PHQ-2 scores were also associated with mean isotropic volume fraction (ISOVF) in the right fornix (cres) and/or stria terminalis (coefficient, .003; 95% CI, 0.001 – 0.004; adjusted P = .01).
The links “could be moderated by visual acuity, whereby increased PHQ score was associated with higher ISOVF levels only among those with poorer visual acuity (P = .02 for interaction),” the investigators report.
These results “suggest that poorer visual acuity was associated with greater depressive symptoms and may have contributed to the related deterioration of the fornix and stria terminalis,” they add.
They note that previous studies have supported the hypothesis that the fornix and stria terminalis are involved in the pathophysiology of other brain-related conditions, including schizophrenia, bipolar disorder, and autism spectrum disorder.
However, the investigators did not have information on how long the participants had experienced visual impairment, so they couldn’t investigate whether results were affected by time. Additional study limitations cited were that depression may affect vision and that a large proportion of the participants (89.3%) were White.
Study “Adds Nuance”
Commenting for Medscape Medical News, Ipsit V. Vahia, MD, associate chief of geriatric psychiatry at McLean Hospital and assistant professor of psychiatry at Harvard Medical School, Boston, Massachusetts, said the study “adds nuance to our understanding” of the well-established relationship between vision deficits and depression.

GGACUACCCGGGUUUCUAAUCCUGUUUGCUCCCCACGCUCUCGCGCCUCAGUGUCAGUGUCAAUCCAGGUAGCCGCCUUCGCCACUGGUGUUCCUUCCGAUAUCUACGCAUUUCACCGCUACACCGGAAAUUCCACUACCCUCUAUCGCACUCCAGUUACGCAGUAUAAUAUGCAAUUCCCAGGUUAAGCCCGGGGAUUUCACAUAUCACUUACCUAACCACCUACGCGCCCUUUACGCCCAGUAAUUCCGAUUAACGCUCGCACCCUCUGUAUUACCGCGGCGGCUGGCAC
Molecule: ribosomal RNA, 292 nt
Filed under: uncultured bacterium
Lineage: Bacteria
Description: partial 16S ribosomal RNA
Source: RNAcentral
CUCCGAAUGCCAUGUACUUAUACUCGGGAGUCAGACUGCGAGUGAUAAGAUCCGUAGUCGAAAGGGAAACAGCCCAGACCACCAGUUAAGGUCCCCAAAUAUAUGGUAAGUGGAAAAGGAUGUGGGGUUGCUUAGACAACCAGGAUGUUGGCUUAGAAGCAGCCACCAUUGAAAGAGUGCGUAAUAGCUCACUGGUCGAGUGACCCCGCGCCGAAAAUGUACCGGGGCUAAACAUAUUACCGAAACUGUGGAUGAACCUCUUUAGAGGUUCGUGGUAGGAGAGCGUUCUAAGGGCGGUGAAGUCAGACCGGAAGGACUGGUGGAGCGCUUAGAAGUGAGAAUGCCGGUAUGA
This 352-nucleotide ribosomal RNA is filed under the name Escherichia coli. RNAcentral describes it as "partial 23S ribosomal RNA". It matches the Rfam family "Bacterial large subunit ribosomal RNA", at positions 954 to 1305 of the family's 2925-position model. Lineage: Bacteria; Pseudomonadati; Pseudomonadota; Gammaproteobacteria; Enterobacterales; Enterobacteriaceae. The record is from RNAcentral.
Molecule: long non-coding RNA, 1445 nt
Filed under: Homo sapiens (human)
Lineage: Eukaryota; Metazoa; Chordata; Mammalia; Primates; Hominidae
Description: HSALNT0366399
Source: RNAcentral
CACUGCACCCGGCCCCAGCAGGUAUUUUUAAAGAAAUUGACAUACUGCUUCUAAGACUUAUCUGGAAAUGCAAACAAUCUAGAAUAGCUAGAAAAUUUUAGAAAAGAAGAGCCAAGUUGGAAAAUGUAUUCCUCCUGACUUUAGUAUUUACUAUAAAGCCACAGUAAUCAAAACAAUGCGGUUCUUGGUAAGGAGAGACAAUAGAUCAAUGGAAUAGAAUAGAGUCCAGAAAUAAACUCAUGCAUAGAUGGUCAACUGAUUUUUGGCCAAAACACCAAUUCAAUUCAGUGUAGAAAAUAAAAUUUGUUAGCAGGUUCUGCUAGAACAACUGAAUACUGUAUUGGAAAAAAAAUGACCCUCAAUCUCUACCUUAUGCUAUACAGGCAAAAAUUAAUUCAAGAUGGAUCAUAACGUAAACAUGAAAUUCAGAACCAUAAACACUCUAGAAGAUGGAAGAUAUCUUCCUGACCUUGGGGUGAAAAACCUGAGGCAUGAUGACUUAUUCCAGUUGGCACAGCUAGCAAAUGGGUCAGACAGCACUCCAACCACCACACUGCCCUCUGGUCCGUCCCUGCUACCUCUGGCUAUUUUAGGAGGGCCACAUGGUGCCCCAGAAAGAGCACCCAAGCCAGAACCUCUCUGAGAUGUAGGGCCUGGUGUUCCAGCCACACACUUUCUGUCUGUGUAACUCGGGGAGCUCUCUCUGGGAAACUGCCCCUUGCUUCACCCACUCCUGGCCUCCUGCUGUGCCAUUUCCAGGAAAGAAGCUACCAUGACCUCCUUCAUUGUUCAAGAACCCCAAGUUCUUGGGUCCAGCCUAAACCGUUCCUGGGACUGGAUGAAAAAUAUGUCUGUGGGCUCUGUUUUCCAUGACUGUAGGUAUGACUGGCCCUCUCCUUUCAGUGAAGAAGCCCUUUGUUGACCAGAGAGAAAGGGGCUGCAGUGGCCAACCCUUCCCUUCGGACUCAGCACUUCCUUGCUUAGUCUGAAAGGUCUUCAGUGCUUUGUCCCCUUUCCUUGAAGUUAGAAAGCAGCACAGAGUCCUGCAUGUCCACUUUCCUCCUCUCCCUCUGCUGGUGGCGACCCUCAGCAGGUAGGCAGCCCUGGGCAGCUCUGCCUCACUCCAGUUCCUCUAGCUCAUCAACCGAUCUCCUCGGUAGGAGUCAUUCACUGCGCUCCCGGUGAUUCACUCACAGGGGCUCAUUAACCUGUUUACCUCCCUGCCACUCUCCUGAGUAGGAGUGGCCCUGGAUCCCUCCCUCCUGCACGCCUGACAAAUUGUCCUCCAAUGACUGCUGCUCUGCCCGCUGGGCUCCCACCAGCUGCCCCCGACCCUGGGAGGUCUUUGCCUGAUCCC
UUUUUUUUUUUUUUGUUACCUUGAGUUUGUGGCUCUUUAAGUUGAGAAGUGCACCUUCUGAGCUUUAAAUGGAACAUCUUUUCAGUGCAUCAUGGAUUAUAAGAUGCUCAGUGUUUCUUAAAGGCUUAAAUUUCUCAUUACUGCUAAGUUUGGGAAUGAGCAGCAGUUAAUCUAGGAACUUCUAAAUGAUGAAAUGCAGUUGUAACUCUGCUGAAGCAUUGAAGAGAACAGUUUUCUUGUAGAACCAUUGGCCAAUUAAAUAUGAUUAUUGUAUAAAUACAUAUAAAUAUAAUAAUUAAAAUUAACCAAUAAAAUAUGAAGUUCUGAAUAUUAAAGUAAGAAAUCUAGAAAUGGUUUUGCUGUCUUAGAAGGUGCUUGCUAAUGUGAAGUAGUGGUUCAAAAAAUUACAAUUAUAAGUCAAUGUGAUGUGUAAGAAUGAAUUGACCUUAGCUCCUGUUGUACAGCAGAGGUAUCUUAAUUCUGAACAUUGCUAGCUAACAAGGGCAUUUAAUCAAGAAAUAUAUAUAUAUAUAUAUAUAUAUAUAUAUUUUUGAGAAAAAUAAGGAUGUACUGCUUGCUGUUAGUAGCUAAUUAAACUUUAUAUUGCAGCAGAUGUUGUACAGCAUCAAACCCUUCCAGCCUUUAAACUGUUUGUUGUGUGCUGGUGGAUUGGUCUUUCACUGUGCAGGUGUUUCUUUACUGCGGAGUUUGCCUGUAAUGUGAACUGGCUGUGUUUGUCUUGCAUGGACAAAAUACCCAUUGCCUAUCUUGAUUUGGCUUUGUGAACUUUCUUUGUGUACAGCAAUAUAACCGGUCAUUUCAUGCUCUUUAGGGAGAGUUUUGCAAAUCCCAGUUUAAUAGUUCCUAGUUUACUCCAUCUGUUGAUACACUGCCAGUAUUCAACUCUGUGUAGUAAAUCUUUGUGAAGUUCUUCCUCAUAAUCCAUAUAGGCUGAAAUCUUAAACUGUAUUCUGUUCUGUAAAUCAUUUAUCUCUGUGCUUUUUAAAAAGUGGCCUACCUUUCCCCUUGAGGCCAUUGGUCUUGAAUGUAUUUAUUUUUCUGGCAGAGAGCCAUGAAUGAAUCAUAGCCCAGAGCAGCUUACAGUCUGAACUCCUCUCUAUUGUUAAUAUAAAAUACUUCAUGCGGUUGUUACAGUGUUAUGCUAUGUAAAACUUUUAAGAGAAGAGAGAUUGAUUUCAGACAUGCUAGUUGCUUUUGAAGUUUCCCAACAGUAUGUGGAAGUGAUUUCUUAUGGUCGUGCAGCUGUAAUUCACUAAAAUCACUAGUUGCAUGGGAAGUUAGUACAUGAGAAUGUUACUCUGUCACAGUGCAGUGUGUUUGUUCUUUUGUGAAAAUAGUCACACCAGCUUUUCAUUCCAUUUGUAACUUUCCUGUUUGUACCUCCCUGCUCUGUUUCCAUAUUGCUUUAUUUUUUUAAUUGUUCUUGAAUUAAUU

“It indicates that even mild visual deficits may be associated with depression,” said Vahia, who was not involved with the research.
The investigators validated this association by showing that visual acuity was also associated with neuroimaging markers of depression, he added.
Although the study was not designed to demonstrate causal relationships between mood and vision and its findings do not confirm that correcting visual acuity deficits will resolve depressive symptoms, “the large study sample and high quality of data should give clinicians confidence in the study’s findings,” Vahia said.
“Correcting visual acuity deficits can be considered standard care for older adults worldwide, and this study suggests that providing this standard care could also benefit mental health,” he concluded.
The study was supported by the National Natural Science Foundation of China, the China Postdoctoral Science Foundation, the Outstanding Young Talent Trainee Program of Guangdong Provincial People’s Hospital, the Guangdong Provincial People’s Hospital Scientific Research Funds for Leading Medical Talents and Distinguished Young Scholars in Guangdong Province, the Talent Introduction Fund of Guangdong Provincial People’s Hospital, the Science and Technology Program of Guangzhou, China, the Project of Special Research on Cardiovascular Diseases, the Research Foundation of Medical Science and Technology of Guangdong Province, the University of Melbourne at Research Accelerator Program, and the CERA (Centre for Eye Research Australia) Foundation and Victorian State Government for the Centre for Eye Research Australia. The investigators and Vahia have reported no relevant financial relationships.
JAMA Netw Open. Published online October 6, 2022. Full article